Waste heat is a huge wasted opportunity and the UK government must push Brussels harder to ensure it can be harnessed and supported.
That was a key message of a briefing held in London this morning on decarbonising heat at lowest cost.
The session heard from Association for Decentralised Energy chief Tim Rotheray, Ofgem RHI expert Keith Horgan, Nando’s head of energy Julie Allen, Sustain’s strategic development manager Chris Jennings and ICOM boss Ross Anderson.
Rotheray said that heat faced significant challenges around user-engagement, a siloed and often self-interested energy system and a poorly functioning policy framework.
One of the biggest missed opportunities in decarbonising heat, he said, was the exclusion of waste heat from the Renewable Energy Directive.
While the UK government “is pushing the EU for change, it is the only member state of 28 to be doing so,” he told delegates.
Nando’s Julie Allen agreed. She said the restaurant chain was harnessing the waste heat from gas ovens, achieving 4% savings on hot water heating as a result. However, she believed that more firms would look at heat reclamation if waste heat was included in the Renewable Heat Incentive (RHI).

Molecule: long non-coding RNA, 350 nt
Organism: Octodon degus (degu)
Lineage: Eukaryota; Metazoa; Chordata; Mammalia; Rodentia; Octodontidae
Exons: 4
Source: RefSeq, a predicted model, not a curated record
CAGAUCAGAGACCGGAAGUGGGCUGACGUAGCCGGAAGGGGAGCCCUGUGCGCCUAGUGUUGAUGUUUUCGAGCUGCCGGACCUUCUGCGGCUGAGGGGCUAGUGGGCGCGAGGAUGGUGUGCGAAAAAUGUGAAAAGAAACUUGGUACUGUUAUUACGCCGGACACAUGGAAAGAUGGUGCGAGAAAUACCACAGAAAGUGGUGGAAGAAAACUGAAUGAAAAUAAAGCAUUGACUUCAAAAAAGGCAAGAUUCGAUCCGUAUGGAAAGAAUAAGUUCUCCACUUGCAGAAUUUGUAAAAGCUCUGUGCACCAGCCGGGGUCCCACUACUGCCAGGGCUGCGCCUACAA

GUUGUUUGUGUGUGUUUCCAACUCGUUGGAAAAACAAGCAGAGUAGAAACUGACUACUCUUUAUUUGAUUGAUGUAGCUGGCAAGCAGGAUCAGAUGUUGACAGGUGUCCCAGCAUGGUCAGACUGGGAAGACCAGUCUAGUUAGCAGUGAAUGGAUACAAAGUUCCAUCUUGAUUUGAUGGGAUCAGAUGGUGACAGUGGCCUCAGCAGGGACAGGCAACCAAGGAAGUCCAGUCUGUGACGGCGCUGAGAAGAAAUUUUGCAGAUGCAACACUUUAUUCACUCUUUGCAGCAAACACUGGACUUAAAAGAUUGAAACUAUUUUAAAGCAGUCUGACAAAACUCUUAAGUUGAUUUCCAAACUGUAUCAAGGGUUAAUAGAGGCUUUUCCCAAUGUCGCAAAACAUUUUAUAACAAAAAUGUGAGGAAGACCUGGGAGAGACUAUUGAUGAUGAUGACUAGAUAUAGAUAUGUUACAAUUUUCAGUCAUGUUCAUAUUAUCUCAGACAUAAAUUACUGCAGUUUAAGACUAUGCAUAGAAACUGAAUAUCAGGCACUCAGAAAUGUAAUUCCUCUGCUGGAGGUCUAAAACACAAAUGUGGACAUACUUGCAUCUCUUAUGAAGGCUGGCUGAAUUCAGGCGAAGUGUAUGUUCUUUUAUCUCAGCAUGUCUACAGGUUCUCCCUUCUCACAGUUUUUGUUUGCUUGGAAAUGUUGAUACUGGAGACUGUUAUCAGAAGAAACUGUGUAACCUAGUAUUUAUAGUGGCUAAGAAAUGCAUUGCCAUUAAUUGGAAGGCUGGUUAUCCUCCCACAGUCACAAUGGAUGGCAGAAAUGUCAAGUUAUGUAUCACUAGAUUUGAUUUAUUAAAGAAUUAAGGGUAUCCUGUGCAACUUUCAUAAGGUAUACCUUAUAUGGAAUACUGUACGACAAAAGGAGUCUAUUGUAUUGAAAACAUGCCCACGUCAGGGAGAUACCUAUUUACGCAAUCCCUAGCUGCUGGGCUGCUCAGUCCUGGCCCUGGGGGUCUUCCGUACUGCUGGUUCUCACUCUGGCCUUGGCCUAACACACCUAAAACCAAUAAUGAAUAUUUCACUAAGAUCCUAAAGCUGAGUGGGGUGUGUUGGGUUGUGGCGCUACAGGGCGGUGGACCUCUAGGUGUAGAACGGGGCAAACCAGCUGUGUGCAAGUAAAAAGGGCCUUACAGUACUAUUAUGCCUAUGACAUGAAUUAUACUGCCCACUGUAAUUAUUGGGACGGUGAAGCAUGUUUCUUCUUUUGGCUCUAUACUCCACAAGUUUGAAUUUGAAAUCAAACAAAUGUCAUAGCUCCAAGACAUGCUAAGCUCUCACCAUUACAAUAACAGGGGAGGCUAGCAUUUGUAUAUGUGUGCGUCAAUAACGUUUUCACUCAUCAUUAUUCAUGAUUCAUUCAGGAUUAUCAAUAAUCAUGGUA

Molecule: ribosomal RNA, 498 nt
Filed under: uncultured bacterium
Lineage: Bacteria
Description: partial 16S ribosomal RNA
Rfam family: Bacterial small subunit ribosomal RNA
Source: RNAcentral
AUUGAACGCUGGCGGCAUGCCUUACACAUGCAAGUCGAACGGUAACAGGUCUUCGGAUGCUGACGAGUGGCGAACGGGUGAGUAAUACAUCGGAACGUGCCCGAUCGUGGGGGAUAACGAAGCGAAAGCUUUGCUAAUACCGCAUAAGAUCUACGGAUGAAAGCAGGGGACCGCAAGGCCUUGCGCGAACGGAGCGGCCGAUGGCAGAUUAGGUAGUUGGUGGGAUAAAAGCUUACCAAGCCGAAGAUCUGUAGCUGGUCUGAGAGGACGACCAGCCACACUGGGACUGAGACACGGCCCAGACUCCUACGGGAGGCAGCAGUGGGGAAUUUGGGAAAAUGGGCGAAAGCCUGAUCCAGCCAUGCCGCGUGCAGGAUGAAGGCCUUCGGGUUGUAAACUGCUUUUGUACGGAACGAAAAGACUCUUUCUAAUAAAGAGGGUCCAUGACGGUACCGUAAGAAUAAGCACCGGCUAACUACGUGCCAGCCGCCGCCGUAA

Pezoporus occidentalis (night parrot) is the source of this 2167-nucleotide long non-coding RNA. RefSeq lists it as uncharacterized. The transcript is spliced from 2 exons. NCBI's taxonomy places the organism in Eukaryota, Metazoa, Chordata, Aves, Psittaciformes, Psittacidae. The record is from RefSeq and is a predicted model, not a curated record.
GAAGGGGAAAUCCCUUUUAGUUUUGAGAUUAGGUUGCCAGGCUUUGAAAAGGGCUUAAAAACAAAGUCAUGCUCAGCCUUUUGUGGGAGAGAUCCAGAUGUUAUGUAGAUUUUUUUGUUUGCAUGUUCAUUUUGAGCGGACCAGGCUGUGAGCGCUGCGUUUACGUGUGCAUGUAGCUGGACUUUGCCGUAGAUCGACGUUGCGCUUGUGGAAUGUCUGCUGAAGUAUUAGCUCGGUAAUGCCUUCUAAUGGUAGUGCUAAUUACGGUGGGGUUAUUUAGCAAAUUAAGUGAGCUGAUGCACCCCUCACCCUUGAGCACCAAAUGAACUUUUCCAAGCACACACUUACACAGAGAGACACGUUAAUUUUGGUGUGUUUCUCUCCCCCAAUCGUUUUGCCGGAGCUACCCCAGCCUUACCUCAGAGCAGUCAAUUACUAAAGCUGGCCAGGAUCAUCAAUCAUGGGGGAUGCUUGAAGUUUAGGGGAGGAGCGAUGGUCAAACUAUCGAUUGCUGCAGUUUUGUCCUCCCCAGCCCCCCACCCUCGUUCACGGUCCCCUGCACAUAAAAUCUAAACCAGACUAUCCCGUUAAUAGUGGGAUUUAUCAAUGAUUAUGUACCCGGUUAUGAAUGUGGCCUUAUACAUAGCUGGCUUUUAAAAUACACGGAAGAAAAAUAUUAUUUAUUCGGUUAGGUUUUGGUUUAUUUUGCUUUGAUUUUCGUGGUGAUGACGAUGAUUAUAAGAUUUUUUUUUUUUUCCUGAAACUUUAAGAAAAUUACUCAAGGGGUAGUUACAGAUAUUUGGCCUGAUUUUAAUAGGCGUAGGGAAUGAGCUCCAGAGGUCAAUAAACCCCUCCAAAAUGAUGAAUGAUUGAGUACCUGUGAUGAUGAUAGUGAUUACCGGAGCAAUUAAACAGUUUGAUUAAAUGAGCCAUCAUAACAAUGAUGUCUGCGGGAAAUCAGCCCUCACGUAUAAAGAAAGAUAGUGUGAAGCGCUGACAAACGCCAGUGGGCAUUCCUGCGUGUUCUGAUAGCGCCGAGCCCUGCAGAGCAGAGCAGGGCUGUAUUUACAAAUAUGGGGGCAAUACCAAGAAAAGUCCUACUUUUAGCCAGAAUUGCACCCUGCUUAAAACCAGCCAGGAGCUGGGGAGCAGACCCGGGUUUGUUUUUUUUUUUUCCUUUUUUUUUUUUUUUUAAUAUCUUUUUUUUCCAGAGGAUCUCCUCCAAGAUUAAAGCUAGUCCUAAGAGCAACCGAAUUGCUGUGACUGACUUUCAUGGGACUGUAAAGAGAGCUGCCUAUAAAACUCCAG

Sustain’s Chris Jennings said that one of the biggest missed opportunities in decarbonising heat was aligning procurement with operations and maintenance.
He also said that government was wrong to repeatedly refer to the UK’s 2,000 heat networks. He said the true figure, including smaller networks, was closer to 100,000, many of which were operating at system efficiencies of just 50%.
“The government doesn’t know the size of the prize,” he said, calling for the £300m the government has ring-fenced to develop new heat networks to be matched with funding for existing heat network infrastructure in order to improve system efficiency.
“Better operation and maintenance may be the most cost effective measure per tonne of carbon reduction,” he said.
The briefing was organised to launch a new free report on decarbonising heat at lowest cost. Based on a survey of Energyst readers, it includes insights on technology preferences, market barriers, and details how end-users, consultants, financiers and academics believe the UK energy system could be decarbonised at lowest cost.
Sponsored by Andrews Water Heaters, Potterton Commercial, Remeha & Senertec, you can download it here, free of charge.
Click here to see if you qualify for a free subscription to the print magazine, or to renew.
Follow us at @EnergystMedia. For regular bulletins, sign up for the free newsletter.